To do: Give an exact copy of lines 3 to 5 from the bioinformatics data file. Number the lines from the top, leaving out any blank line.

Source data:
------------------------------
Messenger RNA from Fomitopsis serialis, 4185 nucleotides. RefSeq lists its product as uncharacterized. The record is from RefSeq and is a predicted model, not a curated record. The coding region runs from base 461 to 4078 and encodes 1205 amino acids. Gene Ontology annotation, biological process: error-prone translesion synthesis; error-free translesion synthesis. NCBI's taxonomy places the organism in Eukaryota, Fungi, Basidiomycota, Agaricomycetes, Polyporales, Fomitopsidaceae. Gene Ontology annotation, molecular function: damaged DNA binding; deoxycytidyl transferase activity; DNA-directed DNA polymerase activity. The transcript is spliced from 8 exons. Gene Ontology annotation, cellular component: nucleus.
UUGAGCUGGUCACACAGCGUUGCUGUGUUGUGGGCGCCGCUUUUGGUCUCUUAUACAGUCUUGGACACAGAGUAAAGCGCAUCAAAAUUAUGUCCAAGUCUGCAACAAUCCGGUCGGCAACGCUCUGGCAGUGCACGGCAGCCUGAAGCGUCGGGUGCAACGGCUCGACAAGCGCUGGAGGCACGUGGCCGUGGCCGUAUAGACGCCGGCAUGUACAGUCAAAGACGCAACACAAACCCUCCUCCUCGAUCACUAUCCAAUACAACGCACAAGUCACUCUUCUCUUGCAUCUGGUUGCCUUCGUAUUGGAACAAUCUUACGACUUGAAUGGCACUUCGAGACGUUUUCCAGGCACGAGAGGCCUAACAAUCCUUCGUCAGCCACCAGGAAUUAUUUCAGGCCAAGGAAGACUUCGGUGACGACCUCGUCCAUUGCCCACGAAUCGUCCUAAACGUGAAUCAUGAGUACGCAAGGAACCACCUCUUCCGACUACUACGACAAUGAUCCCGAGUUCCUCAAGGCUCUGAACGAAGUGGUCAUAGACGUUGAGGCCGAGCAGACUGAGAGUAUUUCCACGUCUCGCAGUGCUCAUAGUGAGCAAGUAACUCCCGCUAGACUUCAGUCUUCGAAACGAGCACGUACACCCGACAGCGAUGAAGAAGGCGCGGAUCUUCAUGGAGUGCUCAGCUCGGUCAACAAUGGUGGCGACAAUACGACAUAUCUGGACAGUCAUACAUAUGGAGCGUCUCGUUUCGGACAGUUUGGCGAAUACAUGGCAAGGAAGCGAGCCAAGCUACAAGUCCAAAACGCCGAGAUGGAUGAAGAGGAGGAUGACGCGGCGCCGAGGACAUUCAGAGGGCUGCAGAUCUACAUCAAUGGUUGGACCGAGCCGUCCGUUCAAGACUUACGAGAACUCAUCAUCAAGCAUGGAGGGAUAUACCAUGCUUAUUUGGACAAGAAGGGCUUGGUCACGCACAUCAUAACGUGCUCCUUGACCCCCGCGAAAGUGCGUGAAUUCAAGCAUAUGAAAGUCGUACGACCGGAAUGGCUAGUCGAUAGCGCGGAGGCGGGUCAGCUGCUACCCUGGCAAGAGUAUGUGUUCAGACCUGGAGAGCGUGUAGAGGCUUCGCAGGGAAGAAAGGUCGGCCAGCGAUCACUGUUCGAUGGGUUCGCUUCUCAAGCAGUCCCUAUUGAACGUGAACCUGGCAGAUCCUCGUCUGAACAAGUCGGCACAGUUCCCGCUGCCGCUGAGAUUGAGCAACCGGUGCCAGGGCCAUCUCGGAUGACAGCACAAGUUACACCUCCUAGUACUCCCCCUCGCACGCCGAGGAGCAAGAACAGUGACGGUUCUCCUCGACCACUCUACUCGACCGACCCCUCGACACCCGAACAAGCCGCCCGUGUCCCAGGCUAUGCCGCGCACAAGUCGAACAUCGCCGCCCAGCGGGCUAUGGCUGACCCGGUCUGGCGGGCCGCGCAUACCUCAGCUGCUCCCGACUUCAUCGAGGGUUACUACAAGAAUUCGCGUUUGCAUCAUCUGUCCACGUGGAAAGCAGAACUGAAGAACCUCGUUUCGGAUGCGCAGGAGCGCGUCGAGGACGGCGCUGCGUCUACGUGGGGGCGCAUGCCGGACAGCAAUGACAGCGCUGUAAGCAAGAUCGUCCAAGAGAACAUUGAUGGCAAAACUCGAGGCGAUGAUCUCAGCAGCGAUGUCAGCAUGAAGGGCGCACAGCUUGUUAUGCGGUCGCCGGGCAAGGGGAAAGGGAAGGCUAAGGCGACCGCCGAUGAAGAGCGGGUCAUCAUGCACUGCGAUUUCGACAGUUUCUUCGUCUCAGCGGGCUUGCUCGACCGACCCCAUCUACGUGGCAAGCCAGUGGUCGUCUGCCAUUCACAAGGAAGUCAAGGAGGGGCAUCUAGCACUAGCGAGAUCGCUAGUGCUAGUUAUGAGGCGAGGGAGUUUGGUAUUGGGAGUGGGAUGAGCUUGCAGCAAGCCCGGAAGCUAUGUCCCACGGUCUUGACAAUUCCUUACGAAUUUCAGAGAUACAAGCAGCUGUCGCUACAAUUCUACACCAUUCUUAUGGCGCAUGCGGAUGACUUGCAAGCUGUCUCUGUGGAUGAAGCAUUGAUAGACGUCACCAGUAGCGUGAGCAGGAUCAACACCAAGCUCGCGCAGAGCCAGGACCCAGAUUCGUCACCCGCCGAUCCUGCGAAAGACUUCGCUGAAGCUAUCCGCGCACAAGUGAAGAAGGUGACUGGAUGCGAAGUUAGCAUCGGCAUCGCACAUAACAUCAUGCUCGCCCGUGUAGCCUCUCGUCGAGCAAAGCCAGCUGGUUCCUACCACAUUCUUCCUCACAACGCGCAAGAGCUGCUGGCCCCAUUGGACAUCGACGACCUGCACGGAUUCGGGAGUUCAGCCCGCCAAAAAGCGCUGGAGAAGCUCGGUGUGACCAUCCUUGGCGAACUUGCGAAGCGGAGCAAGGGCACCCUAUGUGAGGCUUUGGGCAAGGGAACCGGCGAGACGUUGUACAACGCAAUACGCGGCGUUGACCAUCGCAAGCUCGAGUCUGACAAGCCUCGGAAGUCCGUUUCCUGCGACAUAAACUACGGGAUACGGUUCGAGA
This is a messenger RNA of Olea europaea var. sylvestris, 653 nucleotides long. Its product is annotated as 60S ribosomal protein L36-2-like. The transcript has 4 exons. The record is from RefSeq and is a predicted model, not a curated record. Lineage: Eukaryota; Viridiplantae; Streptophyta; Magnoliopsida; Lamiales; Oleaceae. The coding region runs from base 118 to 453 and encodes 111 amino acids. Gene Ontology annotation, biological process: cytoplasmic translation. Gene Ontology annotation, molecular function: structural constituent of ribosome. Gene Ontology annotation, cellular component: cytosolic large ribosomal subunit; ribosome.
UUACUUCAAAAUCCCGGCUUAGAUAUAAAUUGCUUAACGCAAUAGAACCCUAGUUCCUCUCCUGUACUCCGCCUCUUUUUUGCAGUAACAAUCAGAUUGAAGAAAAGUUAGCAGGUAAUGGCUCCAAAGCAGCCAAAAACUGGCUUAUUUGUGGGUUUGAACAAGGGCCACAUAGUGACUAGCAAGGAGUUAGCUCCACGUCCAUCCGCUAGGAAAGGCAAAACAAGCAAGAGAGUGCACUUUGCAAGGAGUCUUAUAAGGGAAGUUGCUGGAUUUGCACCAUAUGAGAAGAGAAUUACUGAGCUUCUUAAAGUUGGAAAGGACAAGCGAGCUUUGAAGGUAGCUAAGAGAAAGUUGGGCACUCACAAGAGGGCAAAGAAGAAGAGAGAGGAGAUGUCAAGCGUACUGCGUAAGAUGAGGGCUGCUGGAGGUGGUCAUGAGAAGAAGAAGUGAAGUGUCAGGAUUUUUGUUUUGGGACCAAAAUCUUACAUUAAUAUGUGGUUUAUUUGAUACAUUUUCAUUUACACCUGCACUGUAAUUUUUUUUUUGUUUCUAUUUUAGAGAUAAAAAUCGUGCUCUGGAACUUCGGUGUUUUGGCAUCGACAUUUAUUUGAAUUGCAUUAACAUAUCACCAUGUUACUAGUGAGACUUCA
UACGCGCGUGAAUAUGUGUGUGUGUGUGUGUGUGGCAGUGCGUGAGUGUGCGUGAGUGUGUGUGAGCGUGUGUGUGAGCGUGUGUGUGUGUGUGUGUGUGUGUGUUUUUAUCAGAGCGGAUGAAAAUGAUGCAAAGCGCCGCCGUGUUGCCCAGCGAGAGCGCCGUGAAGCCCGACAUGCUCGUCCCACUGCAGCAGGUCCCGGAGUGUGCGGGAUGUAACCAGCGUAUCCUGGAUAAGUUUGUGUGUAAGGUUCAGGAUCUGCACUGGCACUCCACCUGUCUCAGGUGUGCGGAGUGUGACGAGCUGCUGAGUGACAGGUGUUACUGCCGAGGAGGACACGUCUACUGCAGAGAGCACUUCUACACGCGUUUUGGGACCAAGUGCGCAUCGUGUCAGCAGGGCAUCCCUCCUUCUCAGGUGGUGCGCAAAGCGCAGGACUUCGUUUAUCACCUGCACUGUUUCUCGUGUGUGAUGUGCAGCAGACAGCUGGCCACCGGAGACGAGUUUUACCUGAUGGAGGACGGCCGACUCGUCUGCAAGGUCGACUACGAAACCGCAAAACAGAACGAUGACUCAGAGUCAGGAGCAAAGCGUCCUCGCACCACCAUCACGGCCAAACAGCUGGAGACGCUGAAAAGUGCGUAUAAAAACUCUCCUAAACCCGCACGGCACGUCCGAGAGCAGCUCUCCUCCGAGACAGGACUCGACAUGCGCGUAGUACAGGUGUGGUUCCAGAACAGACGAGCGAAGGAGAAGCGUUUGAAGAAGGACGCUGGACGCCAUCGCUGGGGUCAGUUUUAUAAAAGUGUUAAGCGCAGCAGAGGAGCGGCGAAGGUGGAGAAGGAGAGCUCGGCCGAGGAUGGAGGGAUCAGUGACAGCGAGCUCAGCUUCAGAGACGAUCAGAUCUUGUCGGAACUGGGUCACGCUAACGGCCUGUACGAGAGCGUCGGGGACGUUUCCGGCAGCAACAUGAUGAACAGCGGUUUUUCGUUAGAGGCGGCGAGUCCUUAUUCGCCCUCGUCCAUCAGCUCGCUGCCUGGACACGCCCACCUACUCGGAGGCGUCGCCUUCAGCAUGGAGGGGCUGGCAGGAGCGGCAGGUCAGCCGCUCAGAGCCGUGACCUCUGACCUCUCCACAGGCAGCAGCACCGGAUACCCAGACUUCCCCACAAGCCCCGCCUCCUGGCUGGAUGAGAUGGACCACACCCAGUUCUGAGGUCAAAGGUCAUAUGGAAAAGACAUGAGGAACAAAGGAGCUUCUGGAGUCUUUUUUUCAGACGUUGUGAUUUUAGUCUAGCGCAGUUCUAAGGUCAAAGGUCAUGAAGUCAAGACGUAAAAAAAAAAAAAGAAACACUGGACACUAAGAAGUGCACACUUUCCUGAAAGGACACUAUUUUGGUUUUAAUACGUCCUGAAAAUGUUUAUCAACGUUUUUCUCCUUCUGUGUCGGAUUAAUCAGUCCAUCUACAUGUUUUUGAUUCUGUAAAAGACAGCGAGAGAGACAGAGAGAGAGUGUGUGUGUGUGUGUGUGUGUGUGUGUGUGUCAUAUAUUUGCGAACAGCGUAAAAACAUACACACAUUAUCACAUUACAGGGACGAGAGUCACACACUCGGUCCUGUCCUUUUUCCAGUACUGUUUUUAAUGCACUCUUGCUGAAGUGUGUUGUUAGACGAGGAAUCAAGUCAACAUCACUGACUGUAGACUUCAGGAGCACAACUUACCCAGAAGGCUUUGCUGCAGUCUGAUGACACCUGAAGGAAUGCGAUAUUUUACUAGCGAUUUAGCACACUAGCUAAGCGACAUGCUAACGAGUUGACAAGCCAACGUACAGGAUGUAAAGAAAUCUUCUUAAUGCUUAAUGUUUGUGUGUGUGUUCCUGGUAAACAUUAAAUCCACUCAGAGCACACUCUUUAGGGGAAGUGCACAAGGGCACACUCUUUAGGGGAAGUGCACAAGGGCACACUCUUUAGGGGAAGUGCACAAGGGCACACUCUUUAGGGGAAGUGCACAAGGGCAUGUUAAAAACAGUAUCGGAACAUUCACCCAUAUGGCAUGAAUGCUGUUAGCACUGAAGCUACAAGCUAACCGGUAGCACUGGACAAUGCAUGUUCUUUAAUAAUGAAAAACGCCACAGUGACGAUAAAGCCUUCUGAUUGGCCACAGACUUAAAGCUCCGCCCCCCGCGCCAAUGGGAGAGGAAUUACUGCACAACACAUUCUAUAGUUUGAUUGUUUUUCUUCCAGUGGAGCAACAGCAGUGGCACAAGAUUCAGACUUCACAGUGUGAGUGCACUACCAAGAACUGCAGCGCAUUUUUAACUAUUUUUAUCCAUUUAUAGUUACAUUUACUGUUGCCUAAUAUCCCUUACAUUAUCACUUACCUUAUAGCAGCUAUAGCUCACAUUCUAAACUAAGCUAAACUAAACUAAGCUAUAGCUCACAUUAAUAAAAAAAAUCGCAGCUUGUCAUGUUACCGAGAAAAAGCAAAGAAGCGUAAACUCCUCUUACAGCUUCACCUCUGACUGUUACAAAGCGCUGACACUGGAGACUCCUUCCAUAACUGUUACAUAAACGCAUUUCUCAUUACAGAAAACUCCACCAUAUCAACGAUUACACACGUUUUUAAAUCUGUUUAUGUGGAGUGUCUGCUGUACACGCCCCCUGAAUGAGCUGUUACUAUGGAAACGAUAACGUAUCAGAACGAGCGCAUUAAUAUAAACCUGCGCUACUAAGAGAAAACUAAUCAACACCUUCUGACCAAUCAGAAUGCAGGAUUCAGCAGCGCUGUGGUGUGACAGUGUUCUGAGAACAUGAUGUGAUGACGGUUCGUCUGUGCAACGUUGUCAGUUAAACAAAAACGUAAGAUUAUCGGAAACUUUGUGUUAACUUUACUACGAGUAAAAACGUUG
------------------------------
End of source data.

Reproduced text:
This is a messenger RNA of Olea europaea var. sylvestris, 653 nucleotides long. Its product is annotated as 60S ribosomal protein L36-2-like. The transcript has 4 exons. The record is from RefSeq and is a predicted model, not a curated record. Lineage: Eukaryota; Viridiplantae; Streptophyta; Magnoliopsida; Lamiales; Oleaceae. The coding region runs from base 118 to 453 and encodes 111 amino acids. Gene Ontology annotation, biological process: cytoplasmic translation. Gene Ontology annotation, molecular function: structural constituent of ribosome. Gene Ontology annotation, cellular component: cytosolic large ribosomal subunit; ribosome.
UUACUUCAAAAUCCCGGCUUAGAUAUAAAUUGCUUAACGCAAUAGAACCCUAGUUCCUCUCCUGUACUCCGCCUCUUUUUUGCAGUAACAAUCAGAUUGAAGAAAAGUUAGCAGGUAAUGGCUCCAAAGCAGCCAAAAACUGGCUUAUUUGUGGGUUUGAACAAGGGCCACAUAGUGACUAGCAAGGAGUUAGCUCCACGUCCAUCCGCUAGGAAAGGCAAAACAAGCAAGAGAGUGCACUUUGCAAGGAGUCUUAUAAGGGAAGUUGCUGGAUUUGCACCAUAUGAGAAGAGAAUUACUGAGCUUCUUAAAGUUGGAAAGGACAAGCGAGCUUUGAAGGUAGCUAAGAGAAAGUUGGGCACUCACAAGAGGGCAAAGAAGAAGAGAGAGGAGAUGUCAAGCGUACUGCGUAAGAUGAGGGCUGCUGGAGGUGGUCAUGAGAAGAAGAAGUGAAGUGUCAGGAUUUUUGUUUUGGGACCAAAAUCUUACAUUAAUAUGUGGUUUAUUUGAUACAUUUUCAUUUACACCUGCACUGUAAUUUUUUUUUUGUUUCUAUUUUAGAGAUAAAAAUCGUGCUCUGGAACUUCGGUGUUUUGGCAUCGACAUUUAUUUGAAUUGCAUUAACAUAUCACCAUGUUACUAGUGAGACUUCA
UACGCGCGUGAAUAUGUGUGUGUGUGUGUGUGUGGCAGUGCGUGAGUGUGCGUGAGUGUGUGUGAGCGUGUGUGUGAGCGUGUGUGUGUGUGUGUGUGUGUGUGUUUUUAUCAGAGCGGAUGAAAAUGAUGCAAAGCGCCGCCGUGUUGCCCAGCGAGAGCGCCGUGAAGCCCGACAUGCUCGUCCCACUGCAGCAGGUCCCGGAGUGUGCGGGAUGUAACCAGCGUAUCCUGGAUAAGUUUGUGUGUAAGGUUCAGGAUCUGCACUGGCACUCCACCUGUCUCAGGUGUGCGGAGUGUGACGAGCUGCUGAGUGACAGGUGUUACUGCCGAGGAGGACACGUCUACUGCAGAGAGCACUUCUACACGCGUUUUGGGACCAAGUGCGCAUCGUGUCAGCAGGGCAUCCCUCCUUCUCAGGUGGUGCGCAAAGCGCAGGACUUCGUUUAUCACCUGCACUGUUUCUCGUGUGUGAUGUGCAGCAGACAGCUGGCCACCGGAGACGAGUUUUACCUGAUGGAGGACGGCCGACUCGUCUGCAAGGUCGACUACGAAACCGCAAAACAGAACGAUGACUCAGAGUCAGGAGCAAAGCGUCCUCGCACCACCAUCACGGCCAAACAGCUGGAGACGCUGAAAAGUGCGUAUAAAAACUCUCCUAAACCCGCACGGCACGUCCGAGAGCAGCUCUCCUCCGAGACAGGACUCGACAUGCGCGUAGUACAGGUGUGGUUCCAGAACAGACGAGCGAAGGAGAAGCGUUUGAAGAAGGACGCUGGACGCCAUCGCUGGGGUCAGUUUUAUAAAAGUGUUAAGCGCAGCAGAGGAGCGGCGAAGGUGGAGAAGGAGAGCUCGGCCGAGGAUGGAGGGAUCAGUGACAGCGAGCUCAGCUUCAGAGACGAUCAGAUCUUGUCGGAACUGGGUCACGCUAACGGCCUGUACGAGAGCGUCGGGGACGUUUCCGGCAGCAACAUGAUGAACAGCGGUUUUUCGUUAGAGGCGGCGAGUCCUUAUUCGCCCUCGUCCAUCAGCUCGCUGCCUGGACACGCCCACCUACUCGGAGGCGUCGCCUUCAGCAUGGAGGGGCUGGCAGGAGCGGCAGGUCAGCCGCUCAGAGCCGUGACCUCUGACCUCUCCACAGGCAGCAGCACCGGAUACCCAGACUUCCCCACAAGCCCCGCCUCCUGGCUGGAUGAGAUGGACCACACCCAGUUCUGAGGUCAAAGGUCAUAUGGAAAAGACAUGAGGAACAAAGGAGCUUCUGGAGUCUUUUUUUCAGACGUUGUGAUUUUAGUCUAGCGCAGUUCUAAGGUCAAAGGUCAUGAAGUCAAGACGUAAAAAAAAAAAAAGAAACACUGGACACUAAGAAGUGCACACUUUCCUGAAAGGACACUAUUUUGGUUUUAAUACGUCCUGAAAAUGUUUAUCAACGUUUUUCUCCUUCUGUGUCGGAUUAAUCAGUCCAUCUACAUGUUUUUGAUUCUGUAAAAGACAGCGAGAGAGACAGAGAGAGAGUGUGUGUGUGUGUGUGUGUGUGUGUGUGUGUCAUAUAUUUGCGAACAGCGUAAAAACAUACACACAUUAUCACAUUACAGGGACGAGAGUCACACACUCGGUCCUGUCCUUUUUCCAGUACUGUUUUUAAUGCACUCUUGCUGAAGUGUGUUGUUAGACGAGGAAUCAAGUCAACAUCACUGACUGUAGACUUCAGGAGCACAACUUACCCAGAAGGCUUUGCUGCAGUCUGAUGACACCUGAAGGAAUGCGAUAUUUUACUAGCGAUUUAGCACACUAGCUAAGCGACAUGCUAACGAGUUGACAAGCCAACGUACAGGAUGUAAAGAAAUCUUCUUAAUGCUUAAUGUUUGUGUGUGUGUUCCUGGUAAACAUUAAAUCCACUCAGAGCACACUCUUUAGGGGAAGUGCACAAGGGCACACUCUUUAGGGGAAGUGCACAAGGGCACACUCUUUAGGGGAAGUGCACAAGGGCACACUCUUUAGGGGAAGUGCACAAGGGCAUGUUAAAAACAGUAUCGGAACAUUCACCCAUAUGGCAUGAAUGCUGUUAGCACUGAAGCUACAAGCUAACCGGUAGCACUGGACAAUGCAUGUUCUUUAAUAAUGAAAAACGCCACAGUGACGAUAAAGCCUUCUGAUUGGCCACAGACUUAAAGCUCCGCCCCCCGCGCCAAUGGGAGAGGAAUUACUGCACAACACAUUCUAUAGUUUGAUUGUUUUUCUUCCAGUGGAGCAACAGCAGUGGCACAAGAUUCAGACUUCACAGUGUGAGUGCACUACCAAGAACUGCAGCGCAUUUUUAACUAUUUUUAUCCAUUUAUAGUUACAUUUACUGUUGCCUAAUAUCCCUUACAUUAUCACUUACCUUAUAGCAGCUAUAGCUCACAUUCUAAACUAAGCUAAACUAAACUAAGCUAUAGCUCACAUUAAUAAAAAAAAUCGCAGCUUGUCAUGUUACCGAGAAAAAGCAAAGAAGCGUAAACUCCUCUUACAGCUUCACCUCUGACUGUUACAAAGCGCUGACACUGGAGACUCCUUCCAUAACUGUUACAUAAACGCAUUUCUCAUUACAGAAAACUCCACCAUAUCAACGAUUACACACGUUUUUAAAUCUGUUUAUGUGGAGUGUCUGCUGUACACGCCCCCUGAAUGAGCUGUUACUAUGGAAACGAUAACGUAUCAGAACGAGCGCAUUAAUAUAAACCUGCGCUACUAAGAGAAAACUAAUCAACACCUUCUGACCAAUCAGAAUGCAGGAUUCAGCAGCGCUGUGGUGUGACAGUGUUCUGAGAACAUGAUGUGAUGACGGUUCGUCUGUGCAACGUUGUCAGUUAAACAAAAACGUAAGAUUAUCGGAAACUUUGUGUUAACUUUACUACGAGUAAAAACGUUG